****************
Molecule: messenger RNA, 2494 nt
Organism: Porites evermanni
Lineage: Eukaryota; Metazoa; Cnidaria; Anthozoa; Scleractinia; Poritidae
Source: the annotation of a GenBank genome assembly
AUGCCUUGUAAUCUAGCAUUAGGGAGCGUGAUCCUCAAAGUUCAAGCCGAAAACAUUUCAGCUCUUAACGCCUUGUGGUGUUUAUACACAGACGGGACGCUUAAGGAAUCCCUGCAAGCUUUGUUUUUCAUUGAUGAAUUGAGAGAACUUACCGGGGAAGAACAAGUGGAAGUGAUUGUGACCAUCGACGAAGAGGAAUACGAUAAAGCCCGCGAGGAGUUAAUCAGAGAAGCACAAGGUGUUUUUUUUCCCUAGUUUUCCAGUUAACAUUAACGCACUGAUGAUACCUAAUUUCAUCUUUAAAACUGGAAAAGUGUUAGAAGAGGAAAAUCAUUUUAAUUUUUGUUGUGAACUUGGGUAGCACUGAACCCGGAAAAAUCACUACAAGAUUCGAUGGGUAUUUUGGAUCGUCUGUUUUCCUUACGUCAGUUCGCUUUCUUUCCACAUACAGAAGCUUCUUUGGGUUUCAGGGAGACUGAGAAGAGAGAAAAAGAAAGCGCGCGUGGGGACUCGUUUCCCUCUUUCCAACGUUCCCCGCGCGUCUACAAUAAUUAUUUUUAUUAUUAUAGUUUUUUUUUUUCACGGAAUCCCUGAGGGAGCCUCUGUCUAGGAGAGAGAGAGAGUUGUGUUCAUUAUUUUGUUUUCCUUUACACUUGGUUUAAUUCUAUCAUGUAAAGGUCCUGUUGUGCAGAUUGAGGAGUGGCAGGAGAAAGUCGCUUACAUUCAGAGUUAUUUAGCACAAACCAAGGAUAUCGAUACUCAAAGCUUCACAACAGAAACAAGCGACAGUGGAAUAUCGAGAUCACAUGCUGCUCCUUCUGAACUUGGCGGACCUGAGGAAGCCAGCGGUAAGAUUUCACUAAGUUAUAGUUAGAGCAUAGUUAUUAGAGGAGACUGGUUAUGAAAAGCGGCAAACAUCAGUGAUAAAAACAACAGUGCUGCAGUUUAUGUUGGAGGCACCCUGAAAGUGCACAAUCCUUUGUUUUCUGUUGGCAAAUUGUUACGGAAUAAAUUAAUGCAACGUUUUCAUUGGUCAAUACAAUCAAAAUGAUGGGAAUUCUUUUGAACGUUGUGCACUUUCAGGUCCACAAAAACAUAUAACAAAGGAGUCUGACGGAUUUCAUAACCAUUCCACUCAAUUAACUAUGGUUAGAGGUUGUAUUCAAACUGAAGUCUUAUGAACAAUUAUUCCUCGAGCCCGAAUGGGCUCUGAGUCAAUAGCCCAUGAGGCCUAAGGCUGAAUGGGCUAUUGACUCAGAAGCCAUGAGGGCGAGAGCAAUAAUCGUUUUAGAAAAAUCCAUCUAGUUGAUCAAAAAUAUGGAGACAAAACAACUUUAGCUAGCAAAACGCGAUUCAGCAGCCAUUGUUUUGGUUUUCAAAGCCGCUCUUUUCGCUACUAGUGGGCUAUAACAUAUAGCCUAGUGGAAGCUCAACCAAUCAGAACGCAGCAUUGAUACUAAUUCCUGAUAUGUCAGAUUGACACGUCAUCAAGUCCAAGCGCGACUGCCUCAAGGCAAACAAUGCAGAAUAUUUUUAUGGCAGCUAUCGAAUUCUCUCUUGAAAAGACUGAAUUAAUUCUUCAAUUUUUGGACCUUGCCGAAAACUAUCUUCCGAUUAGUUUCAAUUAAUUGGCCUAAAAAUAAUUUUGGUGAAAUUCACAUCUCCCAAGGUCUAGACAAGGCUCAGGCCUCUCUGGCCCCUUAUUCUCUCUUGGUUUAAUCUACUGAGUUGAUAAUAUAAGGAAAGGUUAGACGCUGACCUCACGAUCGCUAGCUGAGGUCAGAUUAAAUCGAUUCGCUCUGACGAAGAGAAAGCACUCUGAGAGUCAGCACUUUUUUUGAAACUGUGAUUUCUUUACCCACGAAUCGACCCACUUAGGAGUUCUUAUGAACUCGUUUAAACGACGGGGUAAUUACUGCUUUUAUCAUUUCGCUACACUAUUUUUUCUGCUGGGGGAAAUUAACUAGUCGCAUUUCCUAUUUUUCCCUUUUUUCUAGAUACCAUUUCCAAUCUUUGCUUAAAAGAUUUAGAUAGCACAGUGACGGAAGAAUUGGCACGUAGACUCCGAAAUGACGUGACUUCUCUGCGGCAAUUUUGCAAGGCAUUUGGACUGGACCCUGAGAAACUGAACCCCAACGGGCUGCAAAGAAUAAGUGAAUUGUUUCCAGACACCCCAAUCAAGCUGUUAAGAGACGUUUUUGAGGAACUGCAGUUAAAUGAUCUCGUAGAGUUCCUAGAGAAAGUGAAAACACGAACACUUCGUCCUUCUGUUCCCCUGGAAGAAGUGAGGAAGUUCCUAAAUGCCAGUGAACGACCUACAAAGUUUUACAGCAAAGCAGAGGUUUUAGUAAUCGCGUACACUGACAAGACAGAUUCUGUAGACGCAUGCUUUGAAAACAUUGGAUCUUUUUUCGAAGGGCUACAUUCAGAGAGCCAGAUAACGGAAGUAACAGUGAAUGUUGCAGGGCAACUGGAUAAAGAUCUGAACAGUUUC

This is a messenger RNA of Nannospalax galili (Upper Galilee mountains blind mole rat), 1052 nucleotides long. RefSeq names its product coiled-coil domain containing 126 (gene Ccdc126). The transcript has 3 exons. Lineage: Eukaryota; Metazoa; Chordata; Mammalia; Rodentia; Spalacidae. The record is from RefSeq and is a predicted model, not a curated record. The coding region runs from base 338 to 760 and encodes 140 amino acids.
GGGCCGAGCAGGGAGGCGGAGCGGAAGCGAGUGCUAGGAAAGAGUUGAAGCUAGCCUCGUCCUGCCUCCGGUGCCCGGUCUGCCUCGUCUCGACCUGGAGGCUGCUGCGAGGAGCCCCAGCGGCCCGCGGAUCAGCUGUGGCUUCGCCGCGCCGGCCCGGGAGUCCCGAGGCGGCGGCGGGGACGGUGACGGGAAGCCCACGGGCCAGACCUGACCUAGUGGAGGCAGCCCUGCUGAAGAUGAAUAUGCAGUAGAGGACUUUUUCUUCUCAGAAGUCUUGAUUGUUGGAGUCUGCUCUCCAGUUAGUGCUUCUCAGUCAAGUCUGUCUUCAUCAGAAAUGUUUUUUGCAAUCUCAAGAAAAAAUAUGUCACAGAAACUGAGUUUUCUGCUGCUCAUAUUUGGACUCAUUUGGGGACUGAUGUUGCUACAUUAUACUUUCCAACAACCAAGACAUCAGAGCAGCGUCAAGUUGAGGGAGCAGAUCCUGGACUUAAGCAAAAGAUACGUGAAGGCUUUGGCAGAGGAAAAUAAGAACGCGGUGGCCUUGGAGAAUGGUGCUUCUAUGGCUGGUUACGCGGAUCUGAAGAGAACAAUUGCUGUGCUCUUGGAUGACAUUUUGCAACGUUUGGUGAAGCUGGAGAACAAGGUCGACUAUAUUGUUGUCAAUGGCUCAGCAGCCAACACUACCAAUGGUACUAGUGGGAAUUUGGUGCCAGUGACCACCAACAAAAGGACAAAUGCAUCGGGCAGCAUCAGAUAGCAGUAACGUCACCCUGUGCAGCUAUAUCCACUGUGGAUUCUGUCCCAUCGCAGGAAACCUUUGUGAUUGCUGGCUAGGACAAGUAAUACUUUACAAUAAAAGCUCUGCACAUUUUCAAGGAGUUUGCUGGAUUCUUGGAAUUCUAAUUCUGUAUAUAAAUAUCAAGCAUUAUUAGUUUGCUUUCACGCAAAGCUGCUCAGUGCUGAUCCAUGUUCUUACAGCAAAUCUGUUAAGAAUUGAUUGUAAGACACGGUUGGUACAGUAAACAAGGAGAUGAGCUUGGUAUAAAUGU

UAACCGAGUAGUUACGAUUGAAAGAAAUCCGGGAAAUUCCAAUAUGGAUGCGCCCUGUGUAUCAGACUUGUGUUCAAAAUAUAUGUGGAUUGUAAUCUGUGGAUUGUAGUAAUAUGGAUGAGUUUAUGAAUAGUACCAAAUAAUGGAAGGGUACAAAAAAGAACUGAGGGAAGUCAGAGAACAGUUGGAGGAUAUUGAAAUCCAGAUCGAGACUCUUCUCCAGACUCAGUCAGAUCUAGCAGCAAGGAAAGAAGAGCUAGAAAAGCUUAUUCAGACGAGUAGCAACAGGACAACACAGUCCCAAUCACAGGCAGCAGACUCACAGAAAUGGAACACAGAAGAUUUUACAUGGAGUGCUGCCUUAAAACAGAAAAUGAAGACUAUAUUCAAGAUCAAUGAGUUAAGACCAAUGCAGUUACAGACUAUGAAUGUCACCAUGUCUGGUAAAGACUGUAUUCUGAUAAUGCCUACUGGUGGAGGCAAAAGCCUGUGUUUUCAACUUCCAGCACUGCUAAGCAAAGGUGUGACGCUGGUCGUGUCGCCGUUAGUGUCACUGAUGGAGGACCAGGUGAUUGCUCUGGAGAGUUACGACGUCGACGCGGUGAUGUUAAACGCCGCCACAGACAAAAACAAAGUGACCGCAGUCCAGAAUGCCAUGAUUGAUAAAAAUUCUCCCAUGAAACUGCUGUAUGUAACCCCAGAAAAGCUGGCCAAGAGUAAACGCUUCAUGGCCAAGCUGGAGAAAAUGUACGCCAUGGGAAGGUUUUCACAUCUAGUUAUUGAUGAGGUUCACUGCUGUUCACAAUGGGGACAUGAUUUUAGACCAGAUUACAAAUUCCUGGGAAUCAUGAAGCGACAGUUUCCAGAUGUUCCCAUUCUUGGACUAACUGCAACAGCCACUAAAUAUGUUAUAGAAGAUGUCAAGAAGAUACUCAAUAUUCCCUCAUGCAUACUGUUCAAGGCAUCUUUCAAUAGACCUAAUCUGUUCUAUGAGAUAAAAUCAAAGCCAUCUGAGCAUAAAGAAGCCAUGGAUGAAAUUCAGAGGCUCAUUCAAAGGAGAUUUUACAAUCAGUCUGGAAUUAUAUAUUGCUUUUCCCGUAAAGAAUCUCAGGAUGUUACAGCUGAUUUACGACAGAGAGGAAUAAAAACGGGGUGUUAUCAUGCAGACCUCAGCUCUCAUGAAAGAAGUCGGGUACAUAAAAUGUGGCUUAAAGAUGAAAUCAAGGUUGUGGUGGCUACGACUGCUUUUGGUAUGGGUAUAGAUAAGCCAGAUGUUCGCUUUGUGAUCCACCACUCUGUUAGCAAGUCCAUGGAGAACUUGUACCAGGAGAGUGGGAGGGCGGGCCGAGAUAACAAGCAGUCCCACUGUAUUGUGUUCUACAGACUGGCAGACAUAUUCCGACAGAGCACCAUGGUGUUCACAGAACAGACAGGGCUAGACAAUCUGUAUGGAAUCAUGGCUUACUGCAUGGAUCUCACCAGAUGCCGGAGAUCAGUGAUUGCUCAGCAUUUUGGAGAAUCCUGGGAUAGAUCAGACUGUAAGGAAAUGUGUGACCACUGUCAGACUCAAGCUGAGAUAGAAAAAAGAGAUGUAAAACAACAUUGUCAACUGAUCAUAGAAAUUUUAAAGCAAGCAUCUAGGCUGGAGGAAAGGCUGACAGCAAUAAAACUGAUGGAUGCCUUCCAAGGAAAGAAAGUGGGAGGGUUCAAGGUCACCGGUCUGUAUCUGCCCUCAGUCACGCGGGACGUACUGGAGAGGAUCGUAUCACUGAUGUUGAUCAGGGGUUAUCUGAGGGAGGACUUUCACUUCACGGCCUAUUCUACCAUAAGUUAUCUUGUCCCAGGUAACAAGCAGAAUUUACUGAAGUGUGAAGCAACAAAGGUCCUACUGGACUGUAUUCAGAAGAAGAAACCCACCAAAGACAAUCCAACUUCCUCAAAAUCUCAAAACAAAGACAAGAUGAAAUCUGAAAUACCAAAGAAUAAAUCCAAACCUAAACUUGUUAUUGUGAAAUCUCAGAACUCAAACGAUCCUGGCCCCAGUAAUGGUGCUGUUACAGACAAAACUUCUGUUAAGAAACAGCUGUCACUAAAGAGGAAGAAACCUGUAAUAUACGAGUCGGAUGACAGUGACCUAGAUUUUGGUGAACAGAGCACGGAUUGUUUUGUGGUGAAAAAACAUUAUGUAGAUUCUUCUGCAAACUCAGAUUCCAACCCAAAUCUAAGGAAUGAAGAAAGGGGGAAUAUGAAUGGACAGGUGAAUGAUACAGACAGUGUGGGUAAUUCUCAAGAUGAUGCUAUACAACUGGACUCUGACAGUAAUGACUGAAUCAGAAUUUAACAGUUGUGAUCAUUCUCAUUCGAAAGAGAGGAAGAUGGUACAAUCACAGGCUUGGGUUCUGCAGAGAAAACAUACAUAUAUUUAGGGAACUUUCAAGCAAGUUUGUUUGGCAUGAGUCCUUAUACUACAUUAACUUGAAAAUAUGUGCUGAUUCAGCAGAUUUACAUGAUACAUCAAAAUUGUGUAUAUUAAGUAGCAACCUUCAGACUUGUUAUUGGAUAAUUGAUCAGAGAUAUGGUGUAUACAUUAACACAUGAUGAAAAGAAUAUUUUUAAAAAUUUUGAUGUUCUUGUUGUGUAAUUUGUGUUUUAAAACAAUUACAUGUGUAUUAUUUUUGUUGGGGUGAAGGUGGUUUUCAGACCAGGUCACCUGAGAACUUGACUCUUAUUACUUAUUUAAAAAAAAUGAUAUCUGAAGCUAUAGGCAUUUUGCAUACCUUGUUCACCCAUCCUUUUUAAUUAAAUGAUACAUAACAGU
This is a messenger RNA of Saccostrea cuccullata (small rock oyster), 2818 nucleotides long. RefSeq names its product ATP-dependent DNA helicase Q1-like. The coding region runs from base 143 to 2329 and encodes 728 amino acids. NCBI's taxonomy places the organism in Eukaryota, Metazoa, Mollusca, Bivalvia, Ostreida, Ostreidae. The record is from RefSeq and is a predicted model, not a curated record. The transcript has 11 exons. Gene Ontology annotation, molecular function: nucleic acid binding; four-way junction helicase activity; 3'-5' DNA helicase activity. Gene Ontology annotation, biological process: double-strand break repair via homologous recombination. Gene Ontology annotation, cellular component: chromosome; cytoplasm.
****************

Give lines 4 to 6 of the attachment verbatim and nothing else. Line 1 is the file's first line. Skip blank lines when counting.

Source: the annotation of a GenBank genome assembly
AUGCCUUGUAAUCUAGCAUUAGGGAGCGUGAUCCUCAAAGUUCAAGCCGAAAACAUUUCAGCUCUUAACGCCUUGUGGUGUUUAUACACAGACGGGACGCUUAAGGAAUCCCUGCAAGCUUUGUUUUUCAUUGAUGAAUUGAGAGAACUUACCGGGGAAGAACAAGUGGAAGUGAUUGUGACCAUCGACGAAGAGGAAUACGAUAAAGCCCGCGAGGAGUUAAUCAGAGAAGCACAAGGUGUUUUUUUUCCCUAGUUUUCCAGUUAACAUUAACGCACUGAUGAUACCUAAUUUCAUCUUUAAAACUGGAAAAGUGUUAGAAGAGGAAAAUCAUUUUAAUUUUUGUUGUGAACUUGGGUAGCACUGAACCCGGAAAAAUCACUACAAGAUUCGAUGGGUAUUUUGGAUCGUCUGUUUUCCUUACGUCAGUUCGCUUUCUUUCCACAUACAGAAGCUUCUUUGGGUUUCAGGGAGACUGAGAAGAGAGAAAAAGAAAGCGCGCGUGGGGACUCGUUUCCCUCUUUCCAACGUUCCCCGCGCGUCUACAAUAAUUAUUUUUAUUAUUAUAGUUUUUUUUUUUCACGGAAUCCCUGAGGGAGCCUCUGUCUAGGAGAGAGAGAGAGUUGUGUUCAUUAUUUUGUUUUCCUUUACACUUGGUUUAAUUCUAUCAUGUAAAGGUCCUGUUGUGCAGAUUGAGGAGUGGCAGGAGAAAGUCGCUUACAUUCAGAGUUAUUUAGCACAAACCAAGGAUAUCGAUACUCAAAGCUUCACAACAGAAACAAGCGACAGUGGAAUAUCGAGAUCACAUGCUGCUCCUUCUGAACUUGGCGGACCUGAGGAAGCCAGCGGUAAGAUUUCACUAAGUUAUAGUUAGAGCAUAGUUAUUAGAGGAGACUGGUUAUGAAAAGCGGCAAACAUCAGUGAUAAAAACAACAGUGCUGCAGUUUAUGUUGGAGGCACCCUGAAAGUGCACAAUCCUUUGUUUUCUGUUGGCAAAUUGUUACGGAAUAAAUUAAUGCAACGUUUUCAUUGGUCAAUACAAUCAAAAUGAUGGGAAUUCUUUUGAACGUUGUGCACUUUCAGGUCCACAAAAACAUAUAACAAAGGAGUCUGACGGAUUUCAUAACCAUUCCACUCAAUUAACUAUGGUUAGAGGUUGUAUUCAAACUGAAGUCUUAUGAACAAUUAUUCCUCGAGCCCGAAUGGGCUCUGAGUCAAUAGCCCAUGAGGCCUAAGGCUGAAUGGGCUAUUGACUCAGAAGCCAUGAGGGCGAGAGCAAUAAUCGUUUUAGAAAAAUCCAUCUAGUUGAUCAAAAAUAUGGAGACAAAACAACUUUAGCUAGCAAAACGCGAUUCAGCAGCCAUUGUUUUGGUUUUCAAAGCCGCUCUUUUCGCUACUAGUGGGCUAUAACAUAUAGCCUAGUGGAAGCUCAACCAAUCAGAACGCAGCAUUGAUACUAAUUCCUGAUAUGUCAGAUUGACACGUCAUCAAGUCCAAGCGCGACUGCCUCAAGGCAAACAAUGCAGAAUAUUUUUAUGGCAGCUAUCGAAUUCUCUCUUGAAAAGACUGAAUUAAUUCUUCAAUUUUUGGACCUUGCCGAAAACUAUCUUCCGAUUAGUUUCAAUUAAUUGGCCUAAAAAUAAUUUUGGUGAAAUUCACAUCUCCCAAGGUCUAGACAAGGCUCAGGCCUCUCUGGCCCCUUAUUCUCUCUUGGUUUAAUCUACUGAGUUGAUAAUAUAAGGAAAGGUUAGACGCUGACCUCACGAUCGCUAGCUGAGGUCAGAUUAAAUCGAUUCGCUCUGACGAAGAGAAAGCACUCUGAGAGUCAGCACUUUUUUUGAAACUGUGAUUUCUUUACCCACGAAUCGACCCACUUAGGAGUUCUUAUGAACUCGUUUAAACGACGGGGUAAUUACUGCUUUUAUCAUUUCGCUACACUAUUUUUUCUGCUGGGGGAAAUUAACUAGUCGCAUUUCCUAUUUUUCCCUUUUUUCUAGAUACCAUUUCCAAUCUUUGCUUAAAAGAUUUAGAUAGCACAGUGACGGAAGAAUUGGCACGUAGACUCCGAAAUGACGUGACUUCUCUGCGGCAAUUUUGCAAGGCAUUUGGACUGGACCCUGAGAAACUGAACCCCAACGGGCUGCAAAGAAUAAGUGAAUUGUUUCCAGACACCCCAAUCAAGCUGUUAAGAGACGUUUUUGAGGAACUGCAGUUAAAUGAUCUCGUAGAGUUCCUAGAGAAAGUGAAAACACGAACACUUCGUCCUUCUGUUCCCCUGGAAGAAGUGAGGAAGUUCCUAAAUGCCAGUGAACGACCUACAAAGUUUUACAGCAAAGCAGAGGUUUUAGUAAUCGCGUACACUGACAAGACAGAUUCUGUAGACGCAUGCUUUGAAAACAUUGGAUCUUUUUUCGAAGGGCUACAUUCAGAGAGCCAGAUAACGGAAGUAACAGUGAAUGUUGCAGGGCAACUGGAUAAAGAUCUGAACAGUUUC

This is a messenger RNA of Nannospalax galili (Upper Galilee mountains blind mole rat), 1052 nucleotides long. RefSeq names its product coiled-coil domain containing 126 (gene Ccdc126). The transcript has 3 exons. Lineage: Eukaryota; Metazoa; Chordata; Mammalia; Rodentia; Spalacidae. The record is from RefSeq and is a predicted model, not a curated record. The coding region runs from base 338 to 760 and encodes 140 amino acids.